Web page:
Health Myths vs. Fact

April 24, 2013
By

You need to drink 8 glasses of water a day to be healthy.  Just don’t swim after eating, as you may mysteriously drown… even in the shallow water.  While you are at it, cover your head, because 3/4 of the heat escapes that way, and if you get too cold, you may catch a cold.  Better yet, just forget everything I wrote.  They’re all a bunch of myths.

A health myth is a false idea, generally accepted as true, with nebulous origins.  Strangely, in this day of instant access to the internet, health myths seem as powerful as ever.  One of the reasons is probably that, despite the amount of information we have, it is often hard to determine the quality.  And saying something often enough seems to create an air of truthfulness — like on the internet where a single post can result in millions of reposts.

That raises the question, how do we know what is true?  How can you determine for yourself what is a myth, and what is not?  Well, the answer is as old as philosophy itself.  On the medical side, there is an ongoing movement to hold medicine to the highest standard of scientific data.  It is called “evidence based medicine.”  Although certainly not perfect, it is a reasonable approach to viewing the best quality data available to us on any given medical topic.  It is an effort to find reliable knowledge amidst the vast quantities of frequently conflicting information.  This partially contrasts with the traditional view that medical knowledge comes from experience, and tries to separate anecdote from the larger reality.  After all, individual observation (personal experience) is probably the very origin of many of our myths.

I thought of a few points which should alert you to identify these myths.  Next time you hear a particular nugget of wisdom, see if it passes the following criteria:

1.  How do we know that?  How do we know that gum stays in your stomach for years?  What would we have to do to test this?  First, have a willing participant swallow gum.  Be sure they don’t chew any more, as they may accidentally swallow it again.  Wait a few years.  Stick a scope down their throat to look into their stomach, and see if the gum is still there.  Even if you found the gum, you would want to repeat the experiment with a few hundred more participants to be sure the first time wasn’t just a really strange fluke.  When you think of it that way, what is the probability of such a study happening?  Not high.  Yeah, that’s a myth.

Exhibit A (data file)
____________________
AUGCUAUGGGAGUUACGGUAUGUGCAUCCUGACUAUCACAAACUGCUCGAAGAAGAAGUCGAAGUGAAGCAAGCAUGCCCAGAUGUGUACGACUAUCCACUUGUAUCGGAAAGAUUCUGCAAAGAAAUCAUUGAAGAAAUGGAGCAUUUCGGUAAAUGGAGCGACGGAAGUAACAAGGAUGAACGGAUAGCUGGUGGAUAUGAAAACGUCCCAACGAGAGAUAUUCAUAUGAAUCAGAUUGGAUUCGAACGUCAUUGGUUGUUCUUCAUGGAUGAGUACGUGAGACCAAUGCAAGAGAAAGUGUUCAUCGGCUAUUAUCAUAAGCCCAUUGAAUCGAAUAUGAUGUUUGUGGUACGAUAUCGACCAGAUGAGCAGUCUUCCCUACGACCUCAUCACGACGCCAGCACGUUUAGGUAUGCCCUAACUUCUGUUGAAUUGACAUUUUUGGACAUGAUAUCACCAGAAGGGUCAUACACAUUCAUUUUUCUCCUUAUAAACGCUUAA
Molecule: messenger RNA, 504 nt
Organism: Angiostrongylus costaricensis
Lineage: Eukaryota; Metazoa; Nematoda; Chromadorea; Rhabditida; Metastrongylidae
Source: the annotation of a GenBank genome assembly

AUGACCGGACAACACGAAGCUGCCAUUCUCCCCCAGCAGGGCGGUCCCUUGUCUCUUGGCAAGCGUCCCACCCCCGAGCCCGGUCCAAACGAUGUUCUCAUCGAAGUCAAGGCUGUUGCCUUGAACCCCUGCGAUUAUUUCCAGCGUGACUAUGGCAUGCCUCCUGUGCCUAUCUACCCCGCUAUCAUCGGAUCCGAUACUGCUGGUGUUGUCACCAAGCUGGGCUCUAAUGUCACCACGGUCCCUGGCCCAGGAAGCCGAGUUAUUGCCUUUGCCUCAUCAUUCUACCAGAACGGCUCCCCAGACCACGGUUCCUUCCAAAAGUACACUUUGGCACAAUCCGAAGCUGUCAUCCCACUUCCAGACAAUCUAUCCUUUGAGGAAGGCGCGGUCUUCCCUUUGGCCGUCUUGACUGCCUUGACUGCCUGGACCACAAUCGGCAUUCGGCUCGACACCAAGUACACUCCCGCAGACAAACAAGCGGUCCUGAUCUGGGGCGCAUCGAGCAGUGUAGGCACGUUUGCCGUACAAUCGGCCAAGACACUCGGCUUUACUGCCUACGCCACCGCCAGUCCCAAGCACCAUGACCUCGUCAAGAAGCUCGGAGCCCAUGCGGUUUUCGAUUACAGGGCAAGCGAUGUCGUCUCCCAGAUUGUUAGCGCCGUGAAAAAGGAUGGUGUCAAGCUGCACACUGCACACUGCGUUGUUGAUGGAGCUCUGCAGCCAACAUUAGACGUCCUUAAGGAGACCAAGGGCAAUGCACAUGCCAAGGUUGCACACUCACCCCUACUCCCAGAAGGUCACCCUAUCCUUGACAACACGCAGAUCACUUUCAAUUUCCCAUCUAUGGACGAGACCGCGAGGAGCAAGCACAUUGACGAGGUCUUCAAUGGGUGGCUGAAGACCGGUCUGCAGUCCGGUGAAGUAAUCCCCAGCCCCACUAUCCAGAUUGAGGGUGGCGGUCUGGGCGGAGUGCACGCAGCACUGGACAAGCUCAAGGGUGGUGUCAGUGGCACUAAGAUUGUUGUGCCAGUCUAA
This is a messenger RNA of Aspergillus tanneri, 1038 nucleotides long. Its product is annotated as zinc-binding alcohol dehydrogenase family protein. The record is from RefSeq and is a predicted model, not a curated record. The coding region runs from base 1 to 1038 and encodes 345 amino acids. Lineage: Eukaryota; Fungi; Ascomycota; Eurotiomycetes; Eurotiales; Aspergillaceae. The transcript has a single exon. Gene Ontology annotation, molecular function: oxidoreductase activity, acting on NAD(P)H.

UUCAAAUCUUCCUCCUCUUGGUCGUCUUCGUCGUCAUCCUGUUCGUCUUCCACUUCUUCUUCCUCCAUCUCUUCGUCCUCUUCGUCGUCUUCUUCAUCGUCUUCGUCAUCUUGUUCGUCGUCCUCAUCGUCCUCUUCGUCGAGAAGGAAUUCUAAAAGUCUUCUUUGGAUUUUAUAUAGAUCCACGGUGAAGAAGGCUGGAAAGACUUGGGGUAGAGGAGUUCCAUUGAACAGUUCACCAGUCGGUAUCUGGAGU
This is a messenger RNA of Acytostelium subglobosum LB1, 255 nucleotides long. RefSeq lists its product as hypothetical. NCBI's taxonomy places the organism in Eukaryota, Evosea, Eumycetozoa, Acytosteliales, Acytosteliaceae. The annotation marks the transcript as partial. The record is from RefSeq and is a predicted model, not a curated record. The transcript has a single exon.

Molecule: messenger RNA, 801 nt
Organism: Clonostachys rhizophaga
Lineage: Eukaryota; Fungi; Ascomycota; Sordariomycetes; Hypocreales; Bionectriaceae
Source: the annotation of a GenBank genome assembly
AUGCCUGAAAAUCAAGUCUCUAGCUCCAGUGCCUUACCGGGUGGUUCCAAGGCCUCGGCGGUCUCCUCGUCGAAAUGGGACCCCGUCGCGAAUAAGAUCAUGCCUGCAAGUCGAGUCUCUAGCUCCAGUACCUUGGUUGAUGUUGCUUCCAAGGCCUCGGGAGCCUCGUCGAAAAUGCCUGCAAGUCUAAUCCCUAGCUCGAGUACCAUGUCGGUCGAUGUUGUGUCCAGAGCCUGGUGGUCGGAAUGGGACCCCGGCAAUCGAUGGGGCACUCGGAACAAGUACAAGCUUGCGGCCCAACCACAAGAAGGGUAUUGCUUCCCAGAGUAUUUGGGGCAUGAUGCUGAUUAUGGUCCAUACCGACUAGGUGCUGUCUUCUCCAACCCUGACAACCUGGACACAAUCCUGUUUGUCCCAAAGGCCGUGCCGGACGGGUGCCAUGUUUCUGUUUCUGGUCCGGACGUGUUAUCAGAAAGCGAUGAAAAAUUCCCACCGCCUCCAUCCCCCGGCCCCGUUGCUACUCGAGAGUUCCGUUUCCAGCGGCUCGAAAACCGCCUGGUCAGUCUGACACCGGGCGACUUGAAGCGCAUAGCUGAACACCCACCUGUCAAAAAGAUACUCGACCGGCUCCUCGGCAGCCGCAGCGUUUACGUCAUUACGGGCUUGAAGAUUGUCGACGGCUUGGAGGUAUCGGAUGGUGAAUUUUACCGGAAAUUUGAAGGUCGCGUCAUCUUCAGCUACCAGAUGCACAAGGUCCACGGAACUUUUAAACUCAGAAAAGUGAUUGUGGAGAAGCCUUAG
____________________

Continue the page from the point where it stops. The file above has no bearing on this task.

2.  Does it make sense?  We use only 20% of our brain.  Really?  That means if I have a stroke, I can knock out 80% of my brain and do just fine.  Hmmm.  Somehow, I don’t feel that lucky.

3.  Where did you hear it?  If it was “some guy on the internet,” or “some guy who knew this other guy, who dated a girl who shared a dog with another girl’s neighbor,” automatic myth-alert.  Certainly plenty of prominent people claim completely unsupported facts too, but that is a topic for another time.  I recommend more mainstream web sites for medical information needs, although they are not always immune to myth either.   I am partial to Mayoclinic.com, but Webmd.com is also very good.

If you think none of these points are particularly insightful, I would agree.  It is just
that oftentimes in daily life, we forget to question the statements we are told, and the beliefs we already have.  Once you question something, you are already on the way to understanding something more.  Always feel free to discuss these issues with your physician, as it is their life’s work to sort through the evidence, and present the conclusions.

And unfortunately, I cracked my knuckles before typing this, so I have to finish before the arthritis sets in.  I hope this was helpful.  If not, please don’t roll your eyes or make any other funny expressions.  Your face can freeze.

Related Posts:

Tags: ,

Leave a Reply

Your email address will not be published. Required fields are marked *